People pay their respects at a memorial to the victims of a mass shooting in front of the Tree of Life - Or L’Simcha Congregation in Squirrel Hill, Pittsburgh, Pennsylvania, on Nov. 4, 2018.
People pay their respects at a memorial to the victims of a mass shooting in front of the Tree of Life - Or L’Simcha Congregation in Squirrel Hill, Pittsburgh, Pennsylvania, on Nov. 4, 2018.

Antisemitism appears in a variety of forms, from hate speech and the propagation of lies and stereotypes to acts of open violence and terror.

The recent Detroit News opinion piece by columnist Karen Dumas (“Opinions don’t threaten free speech,” Oct. 25) portrayed Kanye West (now known as Ye) as a victim of cancel culture.

This disregards the blatant antisemitism in Ye’s recent comments and loses sight of the importance of protecting free speech — while condemning hate speech that can lead to violence.

The column also suggested that Ye was silenced by “those who control the platforms,” reinforcing the notion that Jews wield a monolithic influence over the media and other levers of power, which is itself a long-standing and pernicious antisemitic trope. The many companies who distanced themselves from Ye did so out of abhorrence for the views he has espoused.

As leaders and representatives of the Detroit Jewish community, we are grateful for the swift and sincere efforts of the paper to acknowledge and rectify this by editing the piece. The Detroit News has been a staunch supporter and ally to the Jewish community, and we know they will continue to stand up against antisemitism, as well as against all forms of hatred and intolerance.

This is a critical and urgent issue for the Jewish community. Contrary to the corrosive narrative of outsized power and influence, Jewish individuals today remain uniquely vulnerable.

According to 2020 FBI hate crime statistics, Jews — who make up a little more the 2% of the U.S. population — were the targets of 54.9% of all religiously motivated hate crimes. The American Jewish Committee’s 2020 State of Antisemitism in America report found that 88% of American Jews viewed hatred against Jews as a problem in our country.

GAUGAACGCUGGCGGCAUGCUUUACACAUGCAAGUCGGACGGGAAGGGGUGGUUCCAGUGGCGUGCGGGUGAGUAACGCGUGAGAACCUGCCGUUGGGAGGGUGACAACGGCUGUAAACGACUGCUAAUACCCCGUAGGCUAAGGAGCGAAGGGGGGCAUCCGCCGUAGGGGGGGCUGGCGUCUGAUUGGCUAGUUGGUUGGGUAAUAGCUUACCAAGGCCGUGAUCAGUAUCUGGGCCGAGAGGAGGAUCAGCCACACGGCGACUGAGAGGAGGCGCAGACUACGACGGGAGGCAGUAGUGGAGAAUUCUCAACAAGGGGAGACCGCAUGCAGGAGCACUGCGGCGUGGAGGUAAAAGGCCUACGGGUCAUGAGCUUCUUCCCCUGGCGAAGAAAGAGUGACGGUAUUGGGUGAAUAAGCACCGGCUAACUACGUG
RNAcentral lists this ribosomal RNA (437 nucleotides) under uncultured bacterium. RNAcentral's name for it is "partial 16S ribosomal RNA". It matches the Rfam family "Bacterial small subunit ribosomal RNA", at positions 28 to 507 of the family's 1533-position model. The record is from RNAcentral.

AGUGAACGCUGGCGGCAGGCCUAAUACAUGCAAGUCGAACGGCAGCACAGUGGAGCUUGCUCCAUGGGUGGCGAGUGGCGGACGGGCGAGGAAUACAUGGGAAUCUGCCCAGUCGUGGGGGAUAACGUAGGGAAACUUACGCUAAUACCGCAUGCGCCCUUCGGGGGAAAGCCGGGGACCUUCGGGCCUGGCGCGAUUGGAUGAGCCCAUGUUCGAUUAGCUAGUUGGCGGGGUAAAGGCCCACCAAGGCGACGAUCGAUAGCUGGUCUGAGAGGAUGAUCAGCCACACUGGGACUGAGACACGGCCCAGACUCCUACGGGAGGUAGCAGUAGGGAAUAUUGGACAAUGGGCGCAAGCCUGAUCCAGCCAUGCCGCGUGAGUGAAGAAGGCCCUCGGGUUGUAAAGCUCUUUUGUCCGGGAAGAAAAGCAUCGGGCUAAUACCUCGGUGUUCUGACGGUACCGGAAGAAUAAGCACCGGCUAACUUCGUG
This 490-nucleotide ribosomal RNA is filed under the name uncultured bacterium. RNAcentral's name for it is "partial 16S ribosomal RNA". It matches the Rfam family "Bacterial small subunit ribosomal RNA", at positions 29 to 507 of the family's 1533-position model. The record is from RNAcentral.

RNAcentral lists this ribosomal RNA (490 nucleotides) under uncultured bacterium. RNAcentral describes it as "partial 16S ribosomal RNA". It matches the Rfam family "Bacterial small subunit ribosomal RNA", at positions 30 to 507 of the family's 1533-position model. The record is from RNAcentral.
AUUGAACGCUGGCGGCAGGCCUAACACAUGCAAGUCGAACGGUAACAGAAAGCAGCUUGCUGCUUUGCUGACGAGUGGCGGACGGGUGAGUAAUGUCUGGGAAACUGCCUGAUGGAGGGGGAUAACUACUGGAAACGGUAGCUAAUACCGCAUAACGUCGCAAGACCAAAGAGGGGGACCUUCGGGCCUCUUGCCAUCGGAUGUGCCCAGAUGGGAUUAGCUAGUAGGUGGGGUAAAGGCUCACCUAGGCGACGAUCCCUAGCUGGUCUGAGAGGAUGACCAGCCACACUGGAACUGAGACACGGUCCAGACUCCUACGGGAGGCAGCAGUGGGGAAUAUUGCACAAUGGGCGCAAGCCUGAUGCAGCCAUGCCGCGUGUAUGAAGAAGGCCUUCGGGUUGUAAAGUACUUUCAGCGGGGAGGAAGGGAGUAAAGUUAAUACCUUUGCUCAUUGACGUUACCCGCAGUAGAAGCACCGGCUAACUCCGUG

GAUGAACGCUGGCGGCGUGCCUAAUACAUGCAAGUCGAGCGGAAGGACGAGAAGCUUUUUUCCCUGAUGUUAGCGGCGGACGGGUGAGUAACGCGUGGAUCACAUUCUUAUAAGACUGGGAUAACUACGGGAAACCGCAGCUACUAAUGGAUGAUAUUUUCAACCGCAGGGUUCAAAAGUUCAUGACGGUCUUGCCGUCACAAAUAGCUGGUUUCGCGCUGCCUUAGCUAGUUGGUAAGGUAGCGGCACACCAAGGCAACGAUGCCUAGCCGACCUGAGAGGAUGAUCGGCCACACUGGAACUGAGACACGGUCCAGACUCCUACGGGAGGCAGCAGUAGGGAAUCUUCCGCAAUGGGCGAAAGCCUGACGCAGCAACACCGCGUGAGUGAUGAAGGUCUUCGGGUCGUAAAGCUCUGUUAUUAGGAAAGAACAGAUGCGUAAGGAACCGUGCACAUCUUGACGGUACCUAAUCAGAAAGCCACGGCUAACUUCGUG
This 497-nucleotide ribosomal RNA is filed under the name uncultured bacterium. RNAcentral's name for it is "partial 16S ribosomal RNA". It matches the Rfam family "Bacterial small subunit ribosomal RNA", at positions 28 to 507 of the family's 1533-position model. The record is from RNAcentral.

Antisemitism appears in a variety of forms, from hate speech and the propagation of lies and stereotypes to acts of open violence and terror. It emerges from across the political divide, uniting neo-Nazis and other racist hate groups with those from the opposing extreme who use their political animosity for the state of Israel as a pretext to slander or assault the Jewish people.

Due to Israeli conflicts with the terrorist group Hamas, for example, attacks against synagogues and Jewish Community Centers rose by 61% in 2021.

Alarmingly, there has been a sharp overall increase in anti-Semitism in recent years. In 2021, a record number of anti-Semitic incidents were recorded in the U.S., according to the ADL, growing 34% over the previous year.

Jewish communities around the world are experiencing a surge in harassment, vandalism and physical violence, including deadly assaults and acts of mass murder. Just recently we marked the four-year anniversary of the assault on the Tree of Life Synagogue in the Squirrel Hill neighborhood of Pittsburgh that left 11 people dead.

It is against this stark reality that Ye’s recent comments were widely recognized as offensive, dangerous and unacceptable. Allowing antisemitic discourse to go unchallenged leads to its spread and normalization across society.

The comments and tweets of world-famous celebrities become the everyday banter between acquaintances on the street. Extremists are emboldened and a new generation is indoctrinated in hate. This is how the scourge of antisemitism continues to fester and grow.

Living in the shadow of the Holocaust, we remain resolved to fight antisemitism whenever and wherever it appears, and we thank the many allies who have advocated on our behalf.

Once again, we are grateful to the editors of the Detroit News for working with us to use this moment as an opportunity for learning and open communication on a subject that has often been underreported and underestimated.

We also recognize the Jewish people are not alone in struggling against prejudice and hatred, and we stand in solidarity with all groups that have been assailed or marginalized. Guided by the Jewish principal of “tikkun olam” — repairing the world — we remain committed to working with our friends and neighbors across the wider community to build a place of peace, justice and respect for all.

Matthew B. Lester is president of the Jewish Federation of Metropolitan Detroit. Dennis S. Bernard is president of the United Jewish Foundation. Phil Neuman is president of the Jewish Community Relations Council/AJC. Steven Ingber is CEO of the Jewish Federation of Metropolitan Detroit, and Rabbi Asher Lopatin is executive director of the Jewish Community Relations Council/AJC. This op-ed was originally published in the Detroit News on Nov. 7.

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